Brooks Kolb is a Seattle writer, artist, and landscape architect.
Coming out of the closet is hard enough; building a new life as a gay man can prove even more challenging. RAINBOW CATCHER: Coming Out / Coming of Age in the 1980s traces my roller-coaster youthful quest to battle veiled, covert homophobia; launch a design career; win freedom; and cross racial barriers to find lasting love.
If you had been blessed with my iconoclastic French grandmother, you too would have moved to Paris to paint and study art history. Events led me to a career in landscape architecture, but when I finally gained the courage to come out at age 26, my professional ambition and adventurous spirit clashed. One day I was designing landscapes for ‘80s rock-star architects, IM Pei and Partners; the next, I boarded a plane to San Francisco in search of gay freedom.
Torn between satisfying my lust and seeking lasting love, I danced in Haight-Ashbury discos and cruised for “Mister Right” in the Castro, all while searching in vain for my place in a vast, abstract entity called “the gay community.” Magnetized by the beauty of African-American men, I joined “Black and White Men Together,” hoping to untangle the racist threads in interracial relationships. There I met my first great love, a Black factory-worker. When he died of AIDS nine years later, I wrote him letters to assuage my heartbreak, but prematurely hopped from one inappropriate date to another.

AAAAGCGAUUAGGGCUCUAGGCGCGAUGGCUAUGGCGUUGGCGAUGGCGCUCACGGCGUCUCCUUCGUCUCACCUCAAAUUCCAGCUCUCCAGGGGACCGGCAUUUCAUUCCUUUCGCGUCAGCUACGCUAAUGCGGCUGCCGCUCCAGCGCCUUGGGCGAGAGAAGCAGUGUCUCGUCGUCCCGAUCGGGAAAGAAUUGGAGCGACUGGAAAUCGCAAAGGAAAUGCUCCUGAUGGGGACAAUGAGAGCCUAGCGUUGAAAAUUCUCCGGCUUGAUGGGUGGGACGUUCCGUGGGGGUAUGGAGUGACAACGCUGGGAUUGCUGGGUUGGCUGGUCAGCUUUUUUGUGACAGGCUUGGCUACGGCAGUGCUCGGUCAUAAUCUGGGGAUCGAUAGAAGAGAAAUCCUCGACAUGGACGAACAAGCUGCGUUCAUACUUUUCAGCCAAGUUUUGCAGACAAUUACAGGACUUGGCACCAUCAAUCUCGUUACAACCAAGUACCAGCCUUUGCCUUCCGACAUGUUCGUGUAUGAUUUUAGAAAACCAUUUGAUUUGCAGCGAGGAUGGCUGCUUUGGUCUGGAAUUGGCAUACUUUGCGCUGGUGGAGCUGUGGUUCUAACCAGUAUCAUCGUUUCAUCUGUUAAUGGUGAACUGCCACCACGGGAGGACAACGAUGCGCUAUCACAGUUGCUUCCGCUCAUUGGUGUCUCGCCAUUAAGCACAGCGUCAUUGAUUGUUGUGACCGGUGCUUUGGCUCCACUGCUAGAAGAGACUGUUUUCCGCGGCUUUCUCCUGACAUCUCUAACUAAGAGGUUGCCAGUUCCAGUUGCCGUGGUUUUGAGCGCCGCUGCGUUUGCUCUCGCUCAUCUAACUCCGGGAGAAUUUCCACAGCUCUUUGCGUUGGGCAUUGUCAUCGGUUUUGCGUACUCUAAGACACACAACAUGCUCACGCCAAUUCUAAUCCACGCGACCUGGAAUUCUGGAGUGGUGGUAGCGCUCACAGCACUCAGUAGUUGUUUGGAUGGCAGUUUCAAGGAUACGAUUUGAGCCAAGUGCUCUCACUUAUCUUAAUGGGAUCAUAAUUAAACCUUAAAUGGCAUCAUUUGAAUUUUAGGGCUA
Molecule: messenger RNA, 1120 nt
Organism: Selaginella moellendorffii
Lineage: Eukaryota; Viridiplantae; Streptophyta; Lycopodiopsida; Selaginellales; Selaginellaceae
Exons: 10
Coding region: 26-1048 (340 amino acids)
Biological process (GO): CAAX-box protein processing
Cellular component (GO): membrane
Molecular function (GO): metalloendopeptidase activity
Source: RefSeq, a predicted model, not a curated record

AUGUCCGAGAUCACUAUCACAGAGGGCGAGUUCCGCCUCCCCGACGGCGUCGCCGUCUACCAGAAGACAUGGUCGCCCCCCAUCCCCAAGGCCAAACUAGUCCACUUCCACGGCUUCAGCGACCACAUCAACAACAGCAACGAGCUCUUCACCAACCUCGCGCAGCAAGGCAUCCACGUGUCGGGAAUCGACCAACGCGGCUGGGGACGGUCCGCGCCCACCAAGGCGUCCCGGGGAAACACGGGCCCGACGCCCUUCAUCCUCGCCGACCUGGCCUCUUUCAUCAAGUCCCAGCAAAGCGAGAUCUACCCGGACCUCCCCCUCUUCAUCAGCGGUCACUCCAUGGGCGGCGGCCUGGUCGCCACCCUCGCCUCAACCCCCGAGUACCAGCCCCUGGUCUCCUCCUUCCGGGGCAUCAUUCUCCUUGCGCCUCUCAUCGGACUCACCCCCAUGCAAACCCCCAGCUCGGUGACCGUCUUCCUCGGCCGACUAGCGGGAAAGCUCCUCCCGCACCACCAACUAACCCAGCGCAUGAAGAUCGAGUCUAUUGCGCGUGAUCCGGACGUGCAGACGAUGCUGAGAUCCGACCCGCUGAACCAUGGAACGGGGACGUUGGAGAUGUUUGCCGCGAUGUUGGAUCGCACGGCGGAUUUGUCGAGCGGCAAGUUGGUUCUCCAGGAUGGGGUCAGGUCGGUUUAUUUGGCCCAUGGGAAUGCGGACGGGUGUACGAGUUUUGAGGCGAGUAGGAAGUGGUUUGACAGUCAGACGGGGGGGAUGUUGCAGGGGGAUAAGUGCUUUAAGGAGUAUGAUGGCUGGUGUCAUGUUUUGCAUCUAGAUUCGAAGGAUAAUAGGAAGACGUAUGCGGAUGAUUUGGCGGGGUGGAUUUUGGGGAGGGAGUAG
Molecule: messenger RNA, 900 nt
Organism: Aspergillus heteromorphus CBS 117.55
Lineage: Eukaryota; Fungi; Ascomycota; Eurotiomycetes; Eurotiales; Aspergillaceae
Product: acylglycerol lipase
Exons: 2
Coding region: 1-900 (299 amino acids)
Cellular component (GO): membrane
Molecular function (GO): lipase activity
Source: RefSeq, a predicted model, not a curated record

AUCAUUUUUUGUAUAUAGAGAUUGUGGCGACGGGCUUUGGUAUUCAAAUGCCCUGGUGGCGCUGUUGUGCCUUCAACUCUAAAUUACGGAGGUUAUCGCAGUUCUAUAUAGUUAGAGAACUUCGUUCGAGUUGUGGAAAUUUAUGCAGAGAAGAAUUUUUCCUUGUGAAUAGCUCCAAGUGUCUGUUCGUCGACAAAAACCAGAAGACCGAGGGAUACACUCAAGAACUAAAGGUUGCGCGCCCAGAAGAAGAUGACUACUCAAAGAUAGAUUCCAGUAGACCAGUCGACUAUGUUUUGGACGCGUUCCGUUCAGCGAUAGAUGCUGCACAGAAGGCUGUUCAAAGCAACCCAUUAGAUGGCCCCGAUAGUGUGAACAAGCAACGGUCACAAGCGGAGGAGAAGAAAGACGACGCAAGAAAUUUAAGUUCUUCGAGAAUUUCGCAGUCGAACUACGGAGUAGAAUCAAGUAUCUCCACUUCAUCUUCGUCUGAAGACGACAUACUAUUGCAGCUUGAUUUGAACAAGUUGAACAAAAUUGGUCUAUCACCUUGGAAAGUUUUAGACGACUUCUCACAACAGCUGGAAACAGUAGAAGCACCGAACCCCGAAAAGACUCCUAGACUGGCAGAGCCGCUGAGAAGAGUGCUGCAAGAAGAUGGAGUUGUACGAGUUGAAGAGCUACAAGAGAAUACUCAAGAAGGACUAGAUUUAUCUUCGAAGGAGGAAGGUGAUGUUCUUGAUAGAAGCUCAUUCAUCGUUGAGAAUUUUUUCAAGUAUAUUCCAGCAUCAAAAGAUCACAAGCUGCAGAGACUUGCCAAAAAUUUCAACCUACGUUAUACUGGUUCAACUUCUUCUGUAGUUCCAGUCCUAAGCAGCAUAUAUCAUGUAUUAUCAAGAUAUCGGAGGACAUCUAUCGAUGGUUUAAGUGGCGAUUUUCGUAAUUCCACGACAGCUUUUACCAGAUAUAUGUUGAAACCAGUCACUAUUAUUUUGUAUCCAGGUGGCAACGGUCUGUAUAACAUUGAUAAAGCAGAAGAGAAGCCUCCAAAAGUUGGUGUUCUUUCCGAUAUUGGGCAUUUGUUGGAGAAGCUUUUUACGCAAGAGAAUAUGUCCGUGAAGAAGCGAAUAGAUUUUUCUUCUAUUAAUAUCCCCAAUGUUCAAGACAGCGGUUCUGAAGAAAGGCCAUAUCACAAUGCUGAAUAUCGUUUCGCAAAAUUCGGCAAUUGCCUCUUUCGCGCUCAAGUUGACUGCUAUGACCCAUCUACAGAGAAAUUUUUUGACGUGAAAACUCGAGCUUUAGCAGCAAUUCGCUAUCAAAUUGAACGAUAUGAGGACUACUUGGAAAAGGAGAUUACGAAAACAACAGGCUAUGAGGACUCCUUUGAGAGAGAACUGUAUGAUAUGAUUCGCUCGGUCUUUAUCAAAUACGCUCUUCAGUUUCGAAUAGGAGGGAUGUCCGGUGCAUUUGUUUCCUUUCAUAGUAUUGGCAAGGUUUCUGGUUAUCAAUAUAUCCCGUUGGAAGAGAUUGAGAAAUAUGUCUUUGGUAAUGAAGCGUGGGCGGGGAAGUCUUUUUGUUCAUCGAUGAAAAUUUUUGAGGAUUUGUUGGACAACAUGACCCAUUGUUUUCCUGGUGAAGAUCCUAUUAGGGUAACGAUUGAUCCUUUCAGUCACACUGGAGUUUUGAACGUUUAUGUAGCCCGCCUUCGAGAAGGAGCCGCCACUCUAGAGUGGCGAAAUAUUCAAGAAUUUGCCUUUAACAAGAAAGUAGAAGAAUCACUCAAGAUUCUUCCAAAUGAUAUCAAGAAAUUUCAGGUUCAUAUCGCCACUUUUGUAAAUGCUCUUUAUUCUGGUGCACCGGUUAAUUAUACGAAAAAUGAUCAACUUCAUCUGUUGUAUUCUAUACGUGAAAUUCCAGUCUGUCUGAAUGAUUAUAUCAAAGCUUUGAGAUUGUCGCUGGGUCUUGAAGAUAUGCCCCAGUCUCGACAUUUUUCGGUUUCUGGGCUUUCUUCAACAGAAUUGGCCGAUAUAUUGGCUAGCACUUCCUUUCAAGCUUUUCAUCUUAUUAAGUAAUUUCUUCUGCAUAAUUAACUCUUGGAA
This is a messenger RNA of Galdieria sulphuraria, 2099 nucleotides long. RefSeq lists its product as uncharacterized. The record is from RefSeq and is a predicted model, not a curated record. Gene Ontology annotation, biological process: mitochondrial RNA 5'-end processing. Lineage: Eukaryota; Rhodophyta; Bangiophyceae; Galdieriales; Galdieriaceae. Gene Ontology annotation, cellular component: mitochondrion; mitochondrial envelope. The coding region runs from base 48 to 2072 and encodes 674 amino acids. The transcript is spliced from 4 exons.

My often-humorous adventures taught me that freedom demands constructing one’s own morality in the face of social ostracism, that loss is a primal attribute of love, and that the need to find a way to belong can be as urgent as the need for a new love.
Coming-out books often focus on bullying (Darnell L. Moore’s NO ASHES IN THE FIRE) or on religious and family oppression (Garrard Conley’s BOY ERASED), but explore little about the characters’ lives afterwards. By contrast, RAINBOW CATCHER offers an expansive take on what it means to be gay from one whose generation lost so many to AIDS.
Addressing cross-cultural interconnectedness, Chapter 8 was published in the 2022 WHATCOM WRITES ANTHOLOGY and an abridged chapter won first place in the 2922 Write-on-the-Sound literary contest for nonfiction. The opening chapters received positive reviews from both the 2022 Writers League of Texas literary contest and the 2022 Pacific Northwest Writers Association literary contest.